Hyperhomocysteinemia is a condition related to elevated concentration of a substance known as homocysteine. It has been proven that homocysteine may increase some health risks and complications. Homocysteine is an amino acid that is in our body formed from amino acid known as methionin and it is further processed into another amino acid – cysteine. Cysteine may be converted back to homocysteine or methionine. The conversion of homocysteine to methionine or cysteine requires presence of vitamins B6, B9, B12 and related enzymes.


Accumulation of homocysteine is either caused by deficiency of vitamin B6, vitamin B12 and vitamin B9, or by malfunction of enzymes responsible for the metabolism. Such most known inherited condition is congenital disorder of the enzyme MTFHR (methylenetetrahydrofolate reductase). In addition, increased level of homocysteine is usually found in smokers and chronic alcoholics.


Hyperhomocysteinemia itself is asymptomatic but it is assumed its influence on occurrence of certain diseases, especially cardiovascular. Elevated levels of homocysteine increases risk of both atherosclerosis and heart attack and it is a trombophilic condition (increased blood clotting) with more frequent occurrence of deep vein thrombosis, pulmonary embolism, miscarriages and preeclampsia.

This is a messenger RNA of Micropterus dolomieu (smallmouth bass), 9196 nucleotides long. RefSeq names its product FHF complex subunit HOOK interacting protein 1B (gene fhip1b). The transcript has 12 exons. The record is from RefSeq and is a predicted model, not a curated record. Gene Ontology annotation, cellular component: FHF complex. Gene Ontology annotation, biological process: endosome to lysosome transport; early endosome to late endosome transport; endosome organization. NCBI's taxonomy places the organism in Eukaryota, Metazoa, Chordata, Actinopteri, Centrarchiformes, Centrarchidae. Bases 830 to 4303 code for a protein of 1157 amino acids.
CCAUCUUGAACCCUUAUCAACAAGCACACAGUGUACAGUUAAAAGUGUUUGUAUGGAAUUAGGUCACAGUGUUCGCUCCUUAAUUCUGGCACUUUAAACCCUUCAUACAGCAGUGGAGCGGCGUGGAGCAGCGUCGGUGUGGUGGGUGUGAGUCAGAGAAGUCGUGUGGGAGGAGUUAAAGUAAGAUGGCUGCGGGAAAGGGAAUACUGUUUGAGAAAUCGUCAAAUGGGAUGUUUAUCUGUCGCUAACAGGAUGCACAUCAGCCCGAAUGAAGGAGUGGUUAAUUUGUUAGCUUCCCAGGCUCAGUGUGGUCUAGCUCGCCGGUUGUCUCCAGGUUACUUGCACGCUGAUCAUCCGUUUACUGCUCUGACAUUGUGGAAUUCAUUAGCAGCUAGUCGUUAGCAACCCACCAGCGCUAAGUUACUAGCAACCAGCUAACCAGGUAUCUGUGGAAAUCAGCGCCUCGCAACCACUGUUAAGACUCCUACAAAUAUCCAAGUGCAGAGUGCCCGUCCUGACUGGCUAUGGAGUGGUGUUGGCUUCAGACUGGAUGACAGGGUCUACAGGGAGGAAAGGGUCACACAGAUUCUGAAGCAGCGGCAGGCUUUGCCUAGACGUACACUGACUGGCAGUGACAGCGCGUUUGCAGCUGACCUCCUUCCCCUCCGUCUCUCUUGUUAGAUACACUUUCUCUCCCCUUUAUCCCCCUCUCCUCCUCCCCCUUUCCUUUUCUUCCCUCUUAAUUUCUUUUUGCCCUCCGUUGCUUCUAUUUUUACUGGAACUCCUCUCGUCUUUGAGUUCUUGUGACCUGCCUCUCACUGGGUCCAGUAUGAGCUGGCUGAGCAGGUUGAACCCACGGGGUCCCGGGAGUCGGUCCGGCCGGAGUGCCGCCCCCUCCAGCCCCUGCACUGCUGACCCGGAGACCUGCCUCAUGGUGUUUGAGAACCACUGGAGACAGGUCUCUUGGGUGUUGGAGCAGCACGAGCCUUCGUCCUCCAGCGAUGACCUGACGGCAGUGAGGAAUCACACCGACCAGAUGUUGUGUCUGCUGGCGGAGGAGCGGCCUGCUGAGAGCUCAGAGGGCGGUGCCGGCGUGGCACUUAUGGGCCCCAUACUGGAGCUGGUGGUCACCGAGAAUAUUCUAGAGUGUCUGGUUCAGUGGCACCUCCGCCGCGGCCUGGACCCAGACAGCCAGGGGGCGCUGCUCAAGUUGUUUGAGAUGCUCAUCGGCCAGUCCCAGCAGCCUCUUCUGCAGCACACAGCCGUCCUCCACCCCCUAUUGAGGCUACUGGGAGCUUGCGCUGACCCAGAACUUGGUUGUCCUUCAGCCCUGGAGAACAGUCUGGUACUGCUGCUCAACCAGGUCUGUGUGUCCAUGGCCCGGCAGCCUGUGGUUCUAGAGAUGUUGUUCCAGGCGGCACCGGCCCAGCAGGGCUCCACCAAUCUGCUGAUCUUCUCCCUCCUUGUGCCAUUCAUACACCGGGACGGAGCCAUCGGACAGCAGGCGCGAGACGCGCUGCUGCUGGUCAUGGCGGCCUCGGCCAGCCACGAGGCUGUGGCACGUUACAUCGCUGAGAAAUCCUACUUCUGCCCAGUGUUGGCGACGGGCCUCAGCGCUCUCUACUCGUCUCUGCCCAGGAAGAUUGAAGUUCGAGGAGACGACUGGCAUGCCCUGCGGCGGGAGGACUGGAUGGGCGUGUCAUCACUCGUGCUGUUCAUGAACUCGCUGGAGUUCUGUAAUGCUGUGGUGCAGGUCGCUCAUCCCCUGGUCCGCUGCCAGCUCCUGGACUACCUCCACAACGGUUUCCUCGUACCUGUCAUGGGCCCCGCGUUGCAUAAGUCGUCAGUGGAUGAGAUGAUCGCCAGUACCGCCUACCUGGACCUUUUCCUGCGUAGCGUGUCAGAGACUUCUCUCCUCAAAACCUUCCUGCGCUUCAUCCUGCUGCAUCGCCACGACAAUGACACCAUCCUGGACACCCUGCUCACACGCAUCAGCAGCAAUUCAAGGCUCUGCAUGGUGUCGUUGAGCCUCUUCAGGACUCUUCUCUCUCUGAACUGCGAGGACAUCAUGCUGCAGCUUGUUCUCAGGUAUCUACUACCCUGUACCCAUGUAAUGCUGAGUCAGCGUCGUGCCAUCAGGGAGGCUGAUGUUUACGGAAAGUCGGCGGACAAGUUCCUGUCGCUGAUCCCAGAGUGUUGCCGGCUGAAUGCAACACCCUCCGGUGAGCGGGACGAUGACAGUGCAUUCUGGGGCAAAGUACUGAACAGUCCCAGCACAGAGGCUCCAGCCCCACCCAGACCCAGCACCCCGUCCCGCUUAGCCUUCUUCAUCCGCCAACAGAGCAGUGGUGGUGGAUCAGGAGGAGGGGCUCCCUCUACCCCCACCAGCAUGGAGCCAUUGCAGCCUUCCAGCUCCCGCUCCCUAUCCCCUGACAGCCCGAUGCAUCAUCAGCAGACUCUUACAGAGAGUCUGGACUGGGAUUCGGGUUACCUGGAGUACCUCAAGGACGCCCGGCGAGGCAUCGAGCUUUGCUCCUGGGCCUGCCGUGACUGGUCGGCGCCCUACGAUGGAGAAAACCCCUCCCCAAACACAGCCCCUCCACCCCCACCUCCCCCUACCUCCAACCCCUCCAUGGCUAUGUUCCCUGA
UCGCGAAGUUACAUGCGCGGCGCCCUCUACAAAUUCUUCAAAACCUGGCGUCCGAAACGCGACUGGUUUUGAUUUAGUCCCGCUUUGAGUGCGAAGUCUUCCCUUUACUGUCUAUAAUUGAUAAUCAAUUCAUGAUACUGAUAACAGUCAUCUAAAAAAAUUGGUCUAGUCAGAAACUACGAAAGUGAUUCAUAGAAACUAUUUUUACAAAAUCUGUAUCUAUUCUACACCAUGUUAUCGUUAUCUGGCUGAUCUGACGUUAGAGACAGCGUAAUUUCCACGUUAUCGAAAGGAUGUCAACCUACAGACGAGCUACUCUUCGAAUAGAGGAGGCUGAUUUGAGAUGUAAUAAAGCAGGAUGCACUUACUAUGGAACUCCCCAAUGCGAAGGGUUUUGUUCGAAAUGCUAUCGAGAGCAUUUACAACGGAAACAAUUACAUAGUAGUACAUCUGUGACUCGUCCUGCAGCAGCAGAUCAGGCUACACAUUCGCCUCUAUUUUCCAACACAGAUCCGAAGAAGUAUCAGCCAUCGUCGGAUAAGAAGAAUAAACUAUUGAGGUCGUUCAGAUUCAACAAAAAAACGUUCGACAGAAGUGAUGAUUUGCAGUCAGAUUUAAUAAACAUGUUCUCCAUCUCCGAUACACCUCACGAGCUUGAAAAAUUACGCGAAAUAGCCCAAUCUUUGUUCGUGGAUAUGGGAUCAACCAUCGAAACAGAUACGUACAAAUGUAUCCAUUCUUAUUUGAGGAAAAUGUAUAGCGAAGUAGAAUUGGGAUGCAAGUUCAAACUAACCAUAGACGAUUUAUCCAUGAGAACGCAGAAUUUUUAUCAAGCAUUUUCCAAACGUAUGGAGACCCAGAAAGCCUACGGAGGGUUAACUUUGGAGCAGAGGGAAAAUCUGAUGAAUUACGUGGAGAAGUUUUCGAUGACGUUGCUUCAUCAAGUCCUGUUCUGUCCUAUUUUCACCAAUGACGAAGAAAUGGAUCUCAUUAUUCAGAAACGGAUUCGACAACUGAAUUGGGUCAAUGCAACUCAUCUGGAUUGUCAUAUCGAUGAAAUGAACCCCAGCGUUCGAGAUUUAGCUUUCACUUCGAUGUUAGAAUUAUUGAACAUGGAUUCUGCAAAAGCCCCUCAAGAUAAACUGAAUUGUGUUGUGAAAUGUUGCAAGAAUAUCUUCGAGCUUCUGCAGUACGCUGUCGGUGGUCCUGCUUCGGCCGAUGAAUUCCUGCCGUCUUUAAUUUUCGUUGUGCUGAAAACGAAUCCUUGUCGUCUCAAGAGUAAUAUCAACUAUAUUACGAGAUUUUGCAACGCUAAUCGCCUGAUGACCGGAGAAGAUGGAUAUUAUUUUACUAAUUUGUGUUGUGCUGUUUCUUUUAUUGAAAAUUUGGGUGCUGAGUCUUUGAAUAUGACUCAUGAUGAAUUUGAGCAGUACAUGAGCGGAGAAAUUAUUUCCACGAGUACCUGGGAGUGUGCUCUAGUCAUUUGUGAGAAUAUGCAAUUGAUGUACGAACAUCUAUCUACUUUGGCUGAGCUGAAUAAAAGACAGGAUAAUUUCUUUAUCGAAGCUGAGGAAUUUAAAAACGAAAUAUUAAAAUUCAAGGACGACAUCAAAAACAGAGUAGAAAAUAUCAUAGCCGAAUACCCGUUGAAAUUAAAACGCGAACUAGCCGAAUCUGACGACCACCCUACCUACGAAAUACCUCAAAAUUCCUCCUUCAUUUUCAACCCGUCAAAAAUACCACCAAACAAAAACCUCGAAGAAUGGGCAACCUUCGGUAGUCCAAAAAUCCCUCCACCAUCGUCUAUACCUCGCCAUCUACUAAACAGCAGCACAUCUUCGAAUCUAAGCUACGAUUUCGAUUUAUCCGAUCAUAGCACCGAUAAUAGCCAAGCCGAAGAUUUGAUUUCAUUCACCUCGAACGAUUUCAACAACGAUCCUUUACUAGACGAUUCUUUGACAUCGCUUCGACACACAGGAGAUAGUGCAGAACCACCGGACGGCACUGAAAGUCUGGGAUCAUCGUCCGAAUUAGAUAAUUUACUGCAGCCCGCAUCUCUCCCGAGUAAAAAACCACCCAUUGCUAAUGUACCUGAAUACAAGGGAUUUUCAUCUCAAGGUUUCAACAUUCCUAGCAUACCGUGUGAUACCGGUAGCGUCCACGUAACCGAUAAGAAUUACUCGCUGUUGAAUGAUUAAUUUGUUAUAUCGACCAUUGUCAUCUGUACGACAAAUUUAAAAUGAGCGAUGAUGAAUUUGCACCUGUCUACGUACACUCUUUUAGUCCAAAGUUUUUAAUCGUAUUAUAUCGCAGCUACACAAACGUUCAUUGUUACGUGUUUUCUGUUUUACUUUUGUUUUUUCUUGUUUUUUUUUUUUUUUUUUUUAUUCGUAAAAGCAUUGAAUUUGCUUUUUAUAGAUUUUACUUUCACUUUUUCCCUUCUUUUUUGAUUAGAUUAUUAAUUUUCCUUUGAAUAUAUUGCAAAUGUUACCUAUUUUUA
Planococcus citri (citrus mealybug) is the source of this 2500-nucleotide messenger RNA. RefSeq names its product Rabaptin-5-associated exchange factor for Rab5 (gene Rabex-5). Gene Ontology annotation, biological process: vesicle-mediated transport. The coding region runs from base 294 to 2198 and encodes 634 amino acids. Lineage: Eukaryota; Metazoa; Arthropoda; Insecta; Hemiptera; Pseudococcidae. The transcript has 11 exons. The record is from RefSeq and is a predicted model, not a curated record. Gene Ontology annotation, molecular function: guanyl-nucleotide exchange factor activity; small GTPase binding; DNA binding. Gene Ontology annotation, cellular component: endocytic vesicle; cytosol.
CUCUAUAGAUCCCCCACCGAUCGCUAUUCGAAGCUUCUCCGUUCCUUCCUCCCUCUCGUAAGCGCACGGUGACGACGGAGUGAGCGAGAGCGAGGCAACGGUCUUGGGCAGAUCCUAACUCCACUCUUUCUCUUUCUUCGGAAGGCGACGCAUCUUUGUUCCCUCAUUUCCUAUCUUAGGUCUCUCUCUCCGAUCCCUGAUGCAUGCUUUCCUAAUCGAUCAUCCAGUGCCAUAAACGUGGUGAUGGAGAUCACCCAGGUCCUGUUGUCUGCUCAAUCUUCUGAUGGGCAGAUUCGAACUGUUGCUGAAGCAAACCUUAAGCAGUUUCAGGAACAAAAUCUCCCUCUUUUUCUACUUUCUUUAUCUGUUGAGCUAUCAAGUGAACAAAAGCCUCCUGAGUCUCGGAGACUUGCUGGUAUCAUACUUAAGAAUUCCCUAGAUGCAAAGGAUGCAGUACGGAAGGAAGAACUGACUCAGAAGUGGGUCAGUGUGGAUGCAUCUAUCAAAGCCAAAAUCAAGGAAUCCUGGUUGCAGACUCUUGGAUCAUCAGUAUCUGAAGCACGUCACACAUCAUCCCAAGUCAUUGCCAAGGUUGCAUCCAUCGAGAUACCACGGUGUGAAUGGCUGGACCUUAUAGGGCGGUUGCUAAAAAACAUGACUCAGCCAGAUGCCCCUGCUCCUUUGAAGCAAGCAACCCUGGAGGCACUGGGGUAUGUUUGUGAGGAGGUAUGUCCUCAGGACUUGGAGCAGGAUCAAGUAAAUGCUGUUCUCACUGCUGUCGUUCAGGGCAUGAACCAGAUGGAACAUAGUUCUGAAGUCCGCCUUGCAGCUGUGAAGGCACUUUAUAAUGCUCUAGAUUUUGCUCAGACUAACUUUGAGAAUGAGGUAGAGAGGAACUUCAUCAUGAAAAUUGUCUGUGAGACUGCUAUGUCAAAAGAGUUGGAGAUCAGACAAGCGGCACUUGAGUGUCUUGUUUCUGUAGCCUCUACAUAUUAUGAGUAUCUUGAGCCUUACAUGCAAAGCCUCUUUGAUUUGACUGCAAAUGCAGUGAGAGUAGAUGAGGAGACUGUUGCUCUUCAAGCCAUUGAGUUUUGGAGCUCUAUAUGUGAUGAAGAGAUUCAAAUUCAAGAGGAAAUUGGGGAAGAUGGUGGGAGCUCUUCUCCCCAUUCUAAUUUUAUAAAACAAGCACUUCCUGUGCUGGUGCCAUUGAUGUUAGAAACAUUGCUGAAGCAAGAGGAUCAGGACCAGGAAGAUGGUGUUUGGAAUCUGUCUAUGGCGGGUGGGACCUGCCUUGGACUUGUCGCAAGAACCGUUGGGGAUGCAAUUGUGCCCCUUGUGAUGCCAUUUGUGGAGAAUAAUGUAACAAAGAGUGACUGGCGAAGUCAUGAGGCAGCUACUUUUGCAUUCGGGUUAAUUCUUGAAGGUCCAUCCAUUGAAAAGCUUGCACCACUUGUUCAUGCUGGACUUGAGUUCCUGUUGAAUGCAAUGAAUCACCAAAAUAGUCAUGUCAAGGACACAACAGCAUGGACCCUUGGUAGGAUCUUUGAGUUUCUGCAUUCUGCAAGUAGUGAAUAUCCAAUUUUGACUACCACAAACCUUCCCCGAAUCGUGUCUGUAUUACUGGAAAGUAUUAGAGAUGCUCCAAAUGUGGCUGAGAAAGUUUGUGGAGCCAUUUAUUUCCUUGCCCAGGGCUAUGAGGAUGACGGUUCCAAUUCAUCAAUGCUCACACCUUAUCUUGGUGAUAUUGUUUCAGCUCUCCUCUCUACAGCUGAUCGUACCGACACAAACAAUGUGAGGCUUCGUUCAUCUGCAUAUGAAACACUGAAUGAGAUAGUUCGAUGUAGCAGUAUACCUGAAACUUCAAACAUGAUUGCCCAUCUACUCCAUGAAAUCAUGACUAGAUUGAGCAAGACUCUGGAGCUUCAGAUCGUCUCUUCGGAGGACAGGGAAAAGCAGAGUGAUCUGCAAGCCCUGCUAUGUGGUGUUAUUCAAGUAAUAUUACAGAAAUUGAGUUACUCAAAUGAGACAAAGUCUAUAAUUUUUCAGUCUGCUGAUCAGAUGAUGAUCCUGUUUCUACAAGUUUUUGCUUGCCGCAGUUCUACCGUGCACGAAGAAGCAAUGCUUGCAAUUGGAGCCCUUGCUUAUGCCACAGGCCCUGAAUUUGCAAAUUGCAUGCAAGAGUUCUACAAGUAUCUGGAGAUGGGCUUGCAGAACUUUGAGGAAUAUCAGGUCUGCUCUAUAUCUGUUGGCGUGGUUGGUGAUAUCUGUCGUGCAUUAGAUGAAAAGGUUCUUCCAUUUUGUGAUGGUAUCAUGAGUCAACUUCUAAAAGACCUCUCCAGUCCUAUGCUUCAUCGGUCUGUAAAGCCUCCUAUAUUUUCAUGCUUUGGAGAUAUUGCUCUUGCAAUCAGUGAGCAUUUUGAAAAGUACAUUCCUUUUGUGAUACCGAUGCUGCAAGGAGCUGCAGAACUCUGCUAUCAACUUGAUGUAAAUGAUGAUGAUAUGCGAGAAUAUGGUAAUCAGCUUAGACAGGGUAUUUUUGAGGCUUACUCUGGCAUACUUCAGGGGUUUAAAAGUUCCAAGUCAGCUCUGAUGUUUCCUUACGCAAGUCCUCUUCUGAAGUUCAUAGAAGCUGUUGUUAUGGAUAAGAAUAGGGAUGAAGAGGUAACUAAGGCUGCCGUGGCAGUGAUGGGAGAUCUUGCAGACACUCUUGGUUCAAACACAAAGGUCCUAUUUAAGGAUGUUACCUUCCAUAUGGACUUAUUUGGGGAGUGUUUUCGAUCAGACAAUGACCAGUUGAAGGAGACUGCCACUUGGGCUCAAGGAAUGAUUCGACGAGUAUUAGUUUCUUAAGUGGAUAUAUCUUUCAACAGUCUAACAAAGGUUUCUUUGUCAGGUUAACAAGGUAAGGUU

The diagnosis can be confirmed by blood tests with elevated homocysteine level (above 15 micromoles per liter).


The only way to reduce homocysteine levels is healthy diet with adequate intake of the above mentioned vitamins, or regular usage of vitamin supplements. However, the issue of homocysteine is more complicated and it is assumed that too aggressive approach and too sharp drop of homocysteine level may be harmful as well.


Jiri Stefanek, MD  Author of texts: Jiri Stefanek, MD
 Contact: jiri.stefanek@seznam.cz
 Sources: basic text sources